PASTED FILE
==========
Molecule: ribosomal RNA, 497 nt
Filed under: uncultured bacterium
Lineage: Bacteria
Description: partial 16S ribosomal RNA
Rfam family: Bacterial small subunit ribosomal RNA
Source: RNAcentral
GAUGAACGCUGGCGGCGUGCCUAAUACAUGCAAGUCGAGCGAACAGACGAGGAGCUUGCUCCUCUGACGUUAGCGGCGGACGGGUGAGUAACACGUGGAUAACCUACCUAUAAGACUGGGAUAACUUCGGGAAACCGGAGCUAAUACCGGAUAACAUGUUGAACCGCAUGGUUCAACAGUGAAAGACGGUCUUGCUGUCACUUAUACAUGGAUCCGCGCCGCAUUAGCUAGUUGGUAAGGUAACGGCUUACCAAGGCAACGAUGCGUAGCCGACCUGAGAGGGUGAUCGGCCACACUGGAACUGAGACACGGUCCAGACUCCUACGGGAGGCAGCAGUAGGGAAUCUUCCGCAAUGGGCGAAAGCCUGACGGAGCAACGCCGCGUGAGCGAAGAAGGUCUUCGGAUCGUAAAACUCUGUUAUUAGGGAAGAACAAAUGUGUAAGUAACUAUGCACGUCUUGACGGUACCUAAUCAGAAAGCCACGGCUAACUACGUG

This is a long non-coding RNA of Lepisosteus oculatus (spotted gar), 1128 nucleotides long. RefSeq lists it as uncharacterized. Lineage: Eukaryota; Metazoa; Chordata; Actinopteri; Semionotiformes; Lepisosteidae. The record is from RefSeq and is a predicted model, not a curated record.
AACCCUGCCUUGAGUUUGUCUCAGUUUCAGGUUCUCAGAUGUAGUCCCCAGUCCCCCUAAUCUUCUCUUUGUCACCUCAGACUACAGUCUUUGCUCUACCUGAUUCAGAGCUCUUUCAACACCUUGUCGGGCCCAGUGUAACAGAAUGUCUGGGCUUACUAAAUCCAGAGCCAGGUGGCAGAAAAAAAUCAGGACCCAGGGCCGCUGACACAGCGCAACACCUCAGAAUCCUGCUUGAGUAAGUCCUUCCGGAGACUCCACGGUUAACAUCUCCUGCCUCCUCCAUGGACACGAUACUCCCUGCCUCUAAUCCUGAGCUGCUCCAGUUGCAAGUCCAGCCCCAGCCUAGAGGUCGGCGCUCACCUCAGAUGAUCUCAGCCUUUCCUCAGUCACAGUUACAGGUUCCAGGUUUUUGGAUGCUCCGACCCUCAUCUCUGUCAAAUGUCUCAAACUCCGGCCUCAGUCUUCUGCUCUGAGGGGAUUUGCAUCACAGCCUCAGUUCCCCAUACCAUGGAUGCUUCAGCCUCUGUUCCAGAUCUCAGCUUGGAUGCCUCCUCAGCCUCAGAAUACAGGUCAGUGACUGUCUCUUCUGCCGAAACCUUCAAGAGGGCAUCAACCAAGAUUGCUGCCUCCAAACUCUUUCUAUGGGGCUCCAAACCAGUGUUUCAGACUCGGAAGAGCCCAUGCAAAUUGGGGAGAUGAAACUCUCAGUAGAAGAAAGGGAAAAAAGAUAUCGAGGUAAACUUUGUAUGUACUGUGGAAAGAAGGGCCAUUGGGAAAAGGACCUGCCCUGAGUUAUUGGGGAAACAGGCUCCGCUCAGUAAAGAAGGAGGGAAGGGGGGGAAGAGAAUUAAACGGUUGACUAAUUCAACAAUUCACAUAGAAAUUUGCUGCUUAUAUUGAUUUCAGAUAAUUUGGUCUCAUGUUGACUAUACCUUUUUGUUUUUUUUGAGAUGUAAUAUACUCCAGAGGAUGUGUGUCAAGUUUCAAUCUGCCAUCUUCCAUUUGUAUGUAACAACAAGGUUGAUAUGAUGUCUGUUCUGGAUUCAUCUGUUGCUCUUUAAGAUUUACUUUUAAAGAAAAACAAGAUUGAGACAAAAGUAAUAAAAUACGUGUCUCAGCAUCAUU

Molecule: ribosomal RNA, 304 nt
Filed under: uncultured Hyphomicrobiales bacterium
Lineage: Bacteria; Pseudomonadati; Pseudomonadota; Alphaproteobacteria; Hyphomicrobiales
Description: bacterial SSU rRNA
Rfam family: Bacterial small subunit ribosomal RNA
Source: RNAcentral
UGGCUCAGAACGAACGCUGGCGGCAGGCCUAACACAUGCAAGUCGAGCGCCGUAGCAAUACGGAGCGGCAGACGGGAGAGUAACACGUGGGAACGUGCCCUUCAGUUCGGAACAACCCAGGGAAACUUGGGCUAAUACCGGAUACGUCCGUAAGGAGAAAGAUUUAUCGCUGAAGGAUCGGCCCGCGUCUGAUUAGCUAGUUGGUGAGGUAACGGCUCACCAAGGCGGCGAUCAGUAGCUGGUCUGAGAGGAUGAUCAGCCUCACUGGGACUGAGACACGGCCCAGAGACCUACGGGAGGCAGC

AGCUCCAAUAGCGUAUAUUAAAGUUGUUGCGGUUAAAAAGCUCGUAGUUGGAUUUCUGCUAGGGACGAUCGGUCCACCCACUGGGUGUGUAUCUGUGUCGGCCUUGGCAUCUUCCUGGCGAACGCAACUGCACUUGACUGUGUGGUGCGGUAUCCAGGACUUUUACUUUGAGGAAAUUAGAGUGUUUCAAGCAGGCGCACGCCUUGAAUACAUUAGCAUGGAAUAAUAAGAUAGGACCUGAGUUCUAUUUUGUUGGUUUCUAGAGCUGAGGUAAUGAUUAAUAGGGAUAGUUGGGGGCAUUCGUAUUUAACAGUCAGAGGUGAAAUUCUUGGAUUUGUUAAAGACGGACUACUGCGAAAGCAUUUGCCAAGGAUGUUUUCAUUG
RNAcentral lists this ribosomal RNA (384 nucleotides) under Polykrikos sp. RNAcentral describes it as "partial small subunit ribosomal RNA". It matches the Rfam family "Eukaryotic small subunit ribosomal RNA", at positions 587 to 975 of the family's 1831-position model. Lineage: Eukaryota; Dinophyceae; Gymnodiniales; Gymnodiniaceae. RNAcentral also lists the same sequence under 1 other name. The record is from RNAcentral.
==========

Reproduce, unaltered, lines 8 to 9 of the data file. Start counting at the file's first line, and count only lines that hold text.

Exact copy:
This is a long non-coding RNA of Lepisosteus oculatus (spotted gar), 1128 nucleotides long. RefSeq lists it as uncharacterized. Lineage: Eukaryota; Metazoa; Chordata; Actinopteri; Semionotiformes; Lepisosteidae. The record is from RefSeq and is a predicted model, not a curated record.
AACCCUGCCUUGAGUUUGUCUCAGUUUCAGGUUCUCAGAUGUAGUCCCCAGUCCCCCUAAUCUUCUCUUUGUCACCUCAGACUACAGUCUUUGCUCUACCUGAUUCAGAGCUCUUUCAACACCUUGUCGGGCCCAGUGUAACAGAAUGUCUGGGCUUACUAAAUCCAGAGCCAGGUGGCAGAAAAAAAUCAGGACCCAGGGCCGCUGACACAGCGCAACACCUCAGAAUCCUGCUUGAGUAAGUCCUUCCGGAGACUCCACGGUUAACAUCUCCUGCCUCCUCCAUGGACACGAUACUCCCUGCCUCUAAUCCUGAGCUGCUCCAGUUGCAAGUCCAGCCCCAGCCUAGAGGUCGGCGCUCACCUCAGAUGAUCUCAGCCUUUCCUCAGUCACAGUUACAGGUUCCAGGUUUUUGGAUGCUCCGACCCUCAUCUCUGUCAAAUGUCUCAAACUCCGGCCUCAGUCUUCUGCUCUGAGGGGAUUUGCAUCACAGCCUCAGUUCCCCAUACCAUGGAUGCUUCAGCCUCUGUUCCAGAUCUCAGCUUGGAUGCCUCCUCAGCCUCAGAAUACAGGUCAGUGACUGUCUCUUCUGCCGAAACCUUCAAGAGGGCAUCAACCAAGAUUGCUGCCUCCAAACUCUUUCUAUGGGGCUCCAAACCAGUGUUUCAGACUCGGAAGAGCCCAUGCAAAUUGGGGAGAUGAAACUCUCAGUAGAAGAAAGGGAAAAAAGAUAUCGAGGUAAACUUUGUAUGUACUGUGGAAAGAAGGGCCAUUGGGAAAAGGACCUGCCCUGAGUUAUUGGGGAAACAGGCUCCGCUCAGUAAAGAAGGAGGGAAGGGGGGGAAGAGAAUUAAACGGUUGACUAAUUCAACAAUUCACAUAGAAAUUUGCUGCUUAUAUUGAUUUCAGAUAAUUUGGUCUCAUGUUGACUAUACCUUUUUGUUUUUUUUGAGAUGUAAUAUACUCCAGAGGAUGUGUGUCAAGUUUCAAUCUGCCAUCUUCCAUUUGUAUGUAACAACAAGGUUGAUAUGAUGUCUGUUCUGGAUUCAUCUGUUGCUCUUUAAGAUUUACUUUUAAAGAAAAACAAGAUUGAGACAAAAGUAAUAAAAUACGUGUCUCAGCAUCAUU